Though he’s only in his early 20s, Brandon Thomas Lee has lived many lives: his life on the silver screen, where he most recently played the brother of legendary New York street basketball player Jackie Ryan; his life on TV, as a cast member of MTV’s reboot of “The Hills;” his life in Canada, where he spent his formative years and first discovered his love for the stage; and his life in Malibu, where he was raised by superstar parents Pamela Anderson and Tommy Lee in The Colony. 

“Blackjack” follows the story of real-life East Coast streetballer Jackie Ryan, played by “The Flash’s” Greg Finley. Viewers expecting a feel-good ending where the main character gets everything he wants may be disappointed. That decidedly un-fairytale-like quality is exactly what Lee liked about it. 

“In real life, it doesn’t always pan out the way we think it would, but there’s victories along the way that are to be appreciated,” the actor mused.

Lee portrays Jackie’s brother, who grows up striving to be like the pair’s father, the foreman at a local construction site. Lee described the Ryan family as “complicated”—an interesting contrast to the family dynamic Lee and the other actors created on set, which Lee said grew very close while working long—sometimes 16 or 18-hour—days. “I feel like if you don’t become that family, the movie will suffer,” he said. 

Not only is “Blackjack” a sports story, it’s also a period piece. Lee praised the director’s “genius” at maximizing an indie-film budget to capture the mood of ‘90s New York. 

The sense of realness was helped along by the fact that the actual Jackie Ryan was on set, which helped lead Greg Finley explore his character. Though Lee never met his real-life counterpart like Finley did, Lee was still well aware that it was up to him to do justice to someone who actually lived.

“There’s lots of responsibility that comes with that,” Lee said. “You really want to do your research and protect that person’s legacy.”

Lee is currently in town, not just for the premiere of “Blackjack,” but for good—he’s living with his younger brother and his dog, Dinosaur, in a home just up the street from The Malibu Times’ office. 

A product of Malibu public schools, Lee attended elementary school at both Point Dume Marine Science and Webster Elementary schools, before attending middle school at Malibu High. Lee said Malibu will always be his home. He enjoys the small town feeling, though he admitted that sometimes Malibu can be a “bubble,” which is partly why he left to finish off his schooling on Vancouver Island in Canada.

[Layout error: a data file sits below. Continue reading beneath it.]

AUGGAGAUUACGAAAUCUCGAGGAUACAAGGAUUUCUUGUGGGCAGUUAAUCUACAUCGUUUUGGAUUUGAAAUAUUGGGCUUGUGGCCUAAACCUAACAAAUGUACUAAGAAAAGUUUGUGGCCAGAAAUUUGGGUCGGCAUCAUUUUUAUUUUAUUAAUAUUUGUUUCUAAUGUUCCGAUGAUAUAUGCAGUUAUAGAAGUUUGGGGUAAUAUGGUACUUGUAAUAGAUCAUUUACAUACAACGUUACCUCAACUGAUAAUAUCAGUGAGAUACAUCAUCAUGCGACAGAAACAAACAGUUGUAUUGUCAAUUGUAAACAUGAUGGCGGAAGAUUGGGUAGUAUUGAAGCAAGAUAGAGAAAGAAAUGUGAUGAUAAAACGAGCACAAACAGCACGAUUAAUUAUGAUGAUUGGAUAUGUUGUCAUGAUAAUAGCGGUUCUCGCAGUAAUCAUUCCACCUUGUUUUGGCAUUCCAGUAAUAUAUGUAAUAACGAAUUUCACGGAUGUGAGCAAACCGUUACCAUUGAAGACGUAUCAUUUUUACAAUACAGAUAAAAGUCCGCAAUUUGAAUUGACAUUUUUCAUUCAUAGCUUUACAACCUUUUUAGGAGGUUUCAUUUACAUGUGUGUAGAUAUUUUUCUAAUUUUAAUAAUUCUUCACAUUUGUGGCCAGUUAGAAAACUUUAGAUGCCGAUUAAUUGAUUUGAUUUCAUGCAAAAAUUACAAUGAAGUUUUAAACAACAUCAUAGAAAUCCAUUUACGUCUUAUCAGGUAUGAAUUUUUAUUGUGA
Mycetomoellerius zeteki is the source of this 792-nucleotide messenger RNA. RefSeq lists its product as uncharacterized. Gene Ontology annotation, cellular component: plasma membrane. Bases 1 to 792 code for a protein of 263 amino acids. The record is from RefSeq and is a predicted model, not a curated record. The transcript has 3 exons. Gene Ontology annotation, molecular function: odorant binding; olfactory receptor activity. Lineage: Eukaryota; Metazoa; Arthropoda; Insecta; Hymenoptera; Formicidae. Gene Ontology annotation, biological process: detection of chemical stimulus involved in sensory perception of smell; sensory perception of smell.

These days, Lee loves his routine—“seeing everybody at Sunlife every day,” the fact that Howdy’s has reopened, patronizing restaurants like John’s Garden, Nobu and Malibu Mutt. 

One would assume entering the entertainment business would be a natural fit for Lee, with a rockstar for a dad and a “Baywatch” leading lady for a mom, but not so: Lee’s parents were upset when he dropped out of his Toronto college (after “maybe two weeks”) to pursue acting. 

Lee had originally wanted to get a business degree and start his own company. 

“A lot of that [entrepreneurial spirit] remains inside me, but at the end of high school, I started to do these plays and musicals and it really felt like—you know, when I stood up on that stage, that was my passion,” Lee said.

He views his entertainment career not as a continuation of a legacy, but rather as striking out on his own: “I feel like more than anything this has everything to do with me and nothing to do with my family.” 

Lee also can be found on MTV’s reboot of “The Hills” in 2019, which he saw as a platform to allow people to get to know him not as “some kid with a chip on my shoulder expecting everything in the world because my parents were successful in the industry.

“I’m still constantly trying to prove to people that this is all me, I don’t get any help from my parents. If anything, it harms me, my family reputation,” he laughed.

But, though Lee’s parents don’t have a hand in his career, their experiences with stardom and tabloids certainly inform how he’s chosen to approach his career. No matter where Lee appears—in movies, on reality TV, in plays, on Instagram—he’s careful to guard his own privacy. 

 “I would say I definitely don’t really share things unless they mean a lot to me,” Lee said. “And sometimes, the things that mean most to me, I don’t share at all.”

“The world doesn’t deserve to know 100 percent of what you’re doing at the time,” Lee said. Not to mention, he added, “there’s nothing sexy about anything you know 100 percent about.”

(0) comments

Welcome to the discussion.

Keep it Clean. Please avoid obscene, vulgar, lewd, racist or sexually-oriented language.
PLEASE TURN OFF YOUR CAPS LOCK.
Don't Threaten. Threats of harming another person will not be tolerated.
Be Truthful. Don't knowingly lie about anyone or anything.
Be Nice. No racism, sexism or any sort of -ism that is degrading to another person.
Be Proactive. Use the 'Report' link on each comment to let us know of abusive posts.
Share with Us. We'd love to hear eyewitness accounts, the history behind an article.